Utahns aren’t known to crater to threats or misguided logic. Yes, the Outdoor Retailer Convention was good for our state and many businesses that call Utah home, but having a handful of “industry leaders” voice through ultimatum their view isn’t how we do things here. I acknowledge our leaders for standing with the people on this; that is courage! I witnessed the brash treatment of our legislature as they debated this critical issue. Our elected officials held civility and open minds throughout.
Corporate heads such as Rose Marcario, Todd Spaletto, and Jerry Stritke didn’t have the courage to fly in on their private jets and sit down with Governor Herbert in person. Their bravery was readily apparent as they immediately provided a press release after their conference call. This type of bullying is why we suffer as we do in Washington, but not here in Utah!
I find it ironic that a criticism of Utah’s leaders was that they didn’t listen to the “people.” Guess what Rose, Todd, and Jerry, you have no clue! Your convention participants were interviewed by your organization in August of 2015 with results showing two-thirds of 6,000 retailer attendees and exhibitors want to keep the show in Salt Lake! Call Marisa Nicholson- Vice President and show director for specifics.
Another thing you should learn about Utahns is that we love our outdoors! We are careful stewards of public lands, in fact, I bet no other state does as much. We not only preserve our critical lands but enjoy management behavior that stands out as national leading ideas. This effective use of our land allows for beneficial use throughout a unique diversity of needs. Do you know Utah has 253 conservation projects engaging a commission to aid in continued preservation? We have 43 state parks which in part are funded out of Utah’s general fund, a commitment that goes back to 1957! There are 35 million acres of land open to the public and the country’s largest wildlife conservation project. You could say we are too good at promoting the outdoors as people from all over the world come to see what we have done. I haven’t even mentioned the might five national parks or eight national monuments.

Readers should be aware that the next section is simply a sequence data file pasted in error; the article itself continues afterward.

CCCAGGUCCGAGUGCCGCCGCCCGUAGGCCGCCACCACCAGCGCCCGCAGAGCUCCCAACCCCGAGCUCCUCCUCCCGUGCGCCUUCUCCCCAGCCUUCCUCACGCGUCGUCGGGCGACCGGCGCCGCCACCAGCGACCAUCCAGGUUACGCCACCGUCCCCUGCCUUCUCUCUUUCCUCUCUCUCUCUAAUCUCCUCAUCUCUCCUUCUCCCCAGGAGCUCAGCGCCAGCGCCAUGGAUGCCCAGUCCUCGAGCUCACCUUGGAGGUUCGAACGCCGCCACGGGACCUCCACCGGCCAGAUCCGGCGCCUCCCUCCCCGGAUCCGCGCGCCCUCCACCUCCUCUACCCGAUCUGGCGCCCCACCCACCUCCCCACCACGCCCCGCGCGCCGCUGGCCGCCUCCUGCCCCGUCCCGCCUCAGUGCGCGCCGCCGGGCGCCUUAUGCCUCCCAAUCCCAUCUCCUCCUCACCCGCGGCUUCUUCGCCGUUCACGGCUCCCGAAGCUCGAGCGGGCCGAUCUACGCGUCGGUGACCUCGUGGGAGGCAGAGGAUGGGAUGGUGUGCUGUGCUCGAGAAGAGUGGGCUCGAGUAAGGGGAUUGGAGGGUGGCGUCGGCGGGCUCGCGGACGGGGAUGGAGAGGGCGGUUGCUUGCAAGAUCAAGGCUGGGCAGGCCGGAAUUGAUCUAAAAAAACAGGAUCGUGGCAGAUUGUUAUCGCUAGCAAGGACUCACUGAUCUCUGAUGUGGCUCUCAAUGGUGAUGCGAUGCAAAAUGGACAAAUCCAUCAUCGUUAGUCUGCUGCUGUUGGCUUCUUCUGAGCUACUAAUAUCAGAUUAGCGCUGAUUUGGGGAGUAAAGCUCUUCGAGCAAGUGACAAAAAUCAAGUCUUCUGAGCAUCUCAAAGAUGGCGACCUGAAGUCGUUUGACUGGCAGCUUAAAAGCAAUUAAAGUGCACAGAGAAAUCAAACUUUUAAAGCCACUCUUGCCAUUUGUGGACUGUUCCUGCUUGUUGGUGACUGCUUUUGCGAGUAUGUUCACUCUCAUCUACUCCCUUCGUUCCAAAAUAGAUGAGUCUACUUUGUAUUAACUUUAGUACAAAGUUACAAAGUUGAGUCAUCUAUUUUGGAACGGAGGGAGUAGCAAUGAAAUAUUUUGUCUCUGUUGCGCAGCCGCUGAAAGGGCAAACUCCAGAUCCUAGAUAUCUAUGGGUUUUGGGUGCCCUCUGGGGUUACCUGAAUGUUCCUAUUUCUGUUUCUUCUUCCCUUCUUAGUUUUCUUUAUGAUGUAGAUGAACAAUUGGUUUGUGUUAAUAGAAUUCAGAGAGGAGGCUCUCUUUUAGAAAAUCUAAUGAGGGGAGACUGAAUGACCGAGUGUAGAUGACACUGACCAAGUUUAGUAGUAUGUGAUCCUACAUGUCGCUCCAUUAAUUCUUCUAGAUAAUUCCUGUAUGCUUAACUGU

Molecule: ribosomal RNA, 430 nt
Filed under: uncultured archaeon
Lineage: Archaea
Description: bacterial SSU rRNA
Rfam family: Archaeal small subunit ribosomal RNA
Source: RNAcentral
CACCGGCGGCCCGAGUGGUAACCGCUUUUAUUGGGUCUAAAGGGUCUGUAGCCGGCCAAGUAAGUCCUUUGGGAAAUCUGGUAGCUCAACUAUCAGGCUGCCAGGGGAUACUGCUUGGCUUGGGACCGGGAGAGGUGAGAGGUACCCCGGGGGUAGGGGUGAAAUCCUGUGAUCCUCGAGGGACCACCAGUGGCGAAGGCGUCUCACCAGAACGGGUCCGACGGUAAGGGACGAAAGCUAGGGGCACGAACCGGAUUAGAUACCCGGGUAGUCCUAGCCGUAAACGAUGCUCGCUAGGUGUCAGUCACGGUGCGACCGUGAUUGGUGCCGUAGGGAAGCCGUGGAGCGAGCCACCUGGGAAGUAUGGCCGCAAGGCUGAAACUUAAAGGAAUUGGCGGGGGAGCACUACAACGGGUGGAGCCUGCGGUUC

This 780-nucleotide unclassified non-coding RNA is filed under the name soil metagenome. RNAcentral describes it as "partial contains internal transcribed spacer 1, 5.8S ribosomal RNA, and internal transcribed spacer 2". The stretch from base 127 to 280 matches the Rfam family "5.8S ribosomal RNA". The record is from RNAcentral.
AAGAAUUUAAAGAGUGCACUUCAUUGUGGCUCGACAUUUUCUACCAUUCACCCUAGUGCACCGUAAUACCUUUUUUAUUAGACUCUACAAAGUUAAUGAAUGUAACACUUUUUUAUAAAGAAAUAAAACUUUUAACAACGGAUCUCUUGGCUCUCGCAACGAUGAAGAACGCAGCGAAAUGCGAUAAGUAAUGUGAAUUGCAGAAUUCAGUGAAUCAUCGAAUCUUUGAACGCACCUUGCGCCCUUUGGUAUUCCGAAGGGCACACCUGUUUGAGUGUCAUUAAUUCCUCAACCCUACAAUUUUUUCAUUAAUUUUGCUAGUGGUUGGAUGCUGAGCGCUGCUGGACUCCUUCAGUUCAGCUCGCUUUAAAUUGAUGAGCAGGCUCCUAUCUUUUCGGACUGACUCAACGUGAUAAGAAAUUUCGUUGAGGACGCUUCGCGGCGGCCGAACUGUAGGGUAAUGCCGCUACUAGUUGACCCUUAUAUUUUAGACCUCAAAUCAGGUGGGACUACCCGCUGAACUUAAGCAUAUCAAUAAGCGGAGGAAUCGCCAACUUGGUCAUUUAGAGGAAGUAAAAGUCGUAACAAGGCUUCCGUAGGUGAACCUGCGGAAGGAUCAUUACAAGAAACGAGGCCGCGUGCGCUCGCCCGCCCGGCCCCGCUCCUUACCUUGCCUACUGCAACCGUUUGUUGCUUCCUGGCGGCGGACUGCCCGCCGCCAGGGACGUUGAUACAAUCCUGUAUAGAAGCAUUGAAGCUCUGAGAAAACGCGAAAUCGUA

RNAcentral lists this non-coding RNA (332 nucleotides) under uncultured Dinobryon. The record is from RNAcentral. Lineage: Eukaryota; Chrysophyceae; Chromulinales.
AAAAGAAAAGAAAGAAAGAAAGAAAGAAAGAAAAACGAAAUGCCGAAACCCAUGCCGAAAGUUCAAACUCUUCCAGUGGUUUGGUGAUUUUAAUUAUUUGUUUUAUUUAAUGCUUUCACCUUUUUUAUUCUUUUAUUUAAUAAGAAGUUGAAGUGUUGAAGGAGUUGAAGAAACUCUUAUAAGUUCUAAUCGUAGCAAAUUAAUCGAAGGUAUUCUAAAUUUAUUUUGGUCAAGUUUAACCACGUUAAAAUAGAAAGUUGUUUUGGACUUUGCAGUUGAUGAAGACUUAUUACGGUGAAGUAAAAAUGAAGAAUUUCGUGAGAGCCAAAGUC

Don’t give credit to Rep Rob Bishop, state and local leaders who were working together with the residents of Utah, yes “locals”—not blinded environmentalists— to preserve and manage the exact same area. With a little luck, and because we didn’t pander to your hysteria; we well may have a Goosenecks State Park soon! Go ahead and believe your alternative facts and internet stories to promote a false agenda. I stand with the leaders who represent the people of Utah who have a rich history of championing good land policy…